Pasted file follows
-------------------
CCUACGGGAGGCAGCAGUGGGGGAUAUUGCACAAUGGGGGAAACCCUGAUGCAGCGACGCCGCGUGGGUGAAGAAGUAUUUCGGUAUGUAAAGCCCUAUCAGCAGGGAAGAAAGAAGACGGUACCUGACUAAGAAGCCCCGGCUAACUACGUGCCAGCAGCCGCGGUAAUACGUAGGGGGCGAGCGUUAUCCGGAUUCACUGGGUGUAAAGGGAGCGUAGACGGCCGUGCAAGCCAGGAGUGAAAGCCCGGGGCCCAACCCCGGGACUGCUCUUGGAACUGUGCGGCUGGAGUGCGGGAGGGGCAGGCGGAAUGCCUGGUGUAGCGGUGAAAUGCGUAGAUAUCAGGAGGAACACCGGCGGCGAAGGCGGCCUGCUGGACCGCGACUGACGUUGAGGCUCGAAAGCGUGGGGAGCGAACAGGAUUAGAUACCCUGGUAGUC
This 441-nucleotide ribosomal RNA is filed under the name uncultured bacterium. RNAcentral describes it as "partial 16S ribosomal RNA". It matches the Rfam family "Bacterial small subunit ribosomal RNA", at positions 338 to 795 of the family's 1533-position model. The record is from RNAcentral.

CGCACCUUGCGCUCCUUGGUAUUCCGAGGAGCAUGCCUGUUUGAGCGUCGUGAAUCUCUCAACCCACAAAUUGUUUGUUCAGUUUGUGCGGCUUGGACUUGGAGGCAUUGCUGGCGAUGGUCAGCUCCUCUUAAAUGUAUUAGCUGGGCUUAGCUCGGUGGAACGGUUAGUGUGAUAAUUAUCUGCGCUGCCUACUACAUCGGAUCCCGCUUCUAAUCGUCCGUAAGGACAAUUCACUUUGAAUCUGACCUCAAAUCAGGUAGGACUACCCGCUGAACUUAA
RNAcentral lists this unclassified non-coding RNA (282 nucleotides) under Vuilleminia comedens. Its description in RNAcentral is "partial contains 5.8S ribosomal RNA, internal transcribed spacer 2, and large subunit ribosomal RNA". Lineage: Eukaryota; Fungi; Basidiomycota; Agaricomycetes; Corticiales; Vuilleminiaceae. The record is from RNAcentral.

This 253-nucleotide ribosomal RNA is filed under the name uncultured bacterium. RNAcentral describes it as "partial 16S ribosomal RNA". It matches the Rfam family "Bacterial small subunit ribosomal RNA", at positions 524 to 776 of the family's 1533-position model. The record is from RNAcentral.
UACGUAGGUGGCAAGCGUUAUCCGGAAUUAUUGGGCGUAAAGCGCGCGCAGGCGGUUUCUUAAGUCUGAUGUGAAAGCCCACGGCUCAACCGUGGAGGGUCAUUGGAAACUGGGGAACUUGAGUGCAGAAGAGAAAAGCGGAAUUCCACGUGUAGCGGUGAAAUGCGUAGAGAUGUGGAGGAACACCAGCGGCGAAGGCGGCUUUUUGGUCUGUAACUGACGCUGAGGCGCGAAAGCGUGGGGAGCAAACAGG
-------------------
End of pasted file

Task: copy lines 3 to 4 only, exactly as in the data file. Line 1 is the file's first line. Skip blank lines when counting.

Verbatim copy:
CGCACCUUGCGCUCCUUGGUAUUCCGAGGAGCAUGCCUGUUUGAGCGUCGUGAAUCUCUCAACCCACAAAUUGUUUGUUCAGUUUGUGCGGCUUGGACUUGGAGGCAUUGCUGGCGAUGGUCAGCUCCUCUUAAAUGUAUUAGCUGGGCUUAGCUCGGUGGAACGGUUAGUGUGAUAAUUAUCUGCGCUGCCUACUACAUCGGAUCCCGCUUCUAAUCGUCCGUAAGGACAAUUCACUUUGAAUCUGACCUCAAAUCAGGUAGGACUACCCGCUGAACUUAA
RNAcentral lists this unclassified non-coding RNA (282 nucleotides) under Vuilleminia comedens. Its description in RNAcentral is "partial contains 5.8S ribosomal RNA, internal transcribed spacer 2, and large subunit ribosomal RNA". Lineage: Eukaryota; Fungi; Basidiomycota; Agaricomycetes; Corticiales; Vuilleminiaceae. The record is from RNAcentral.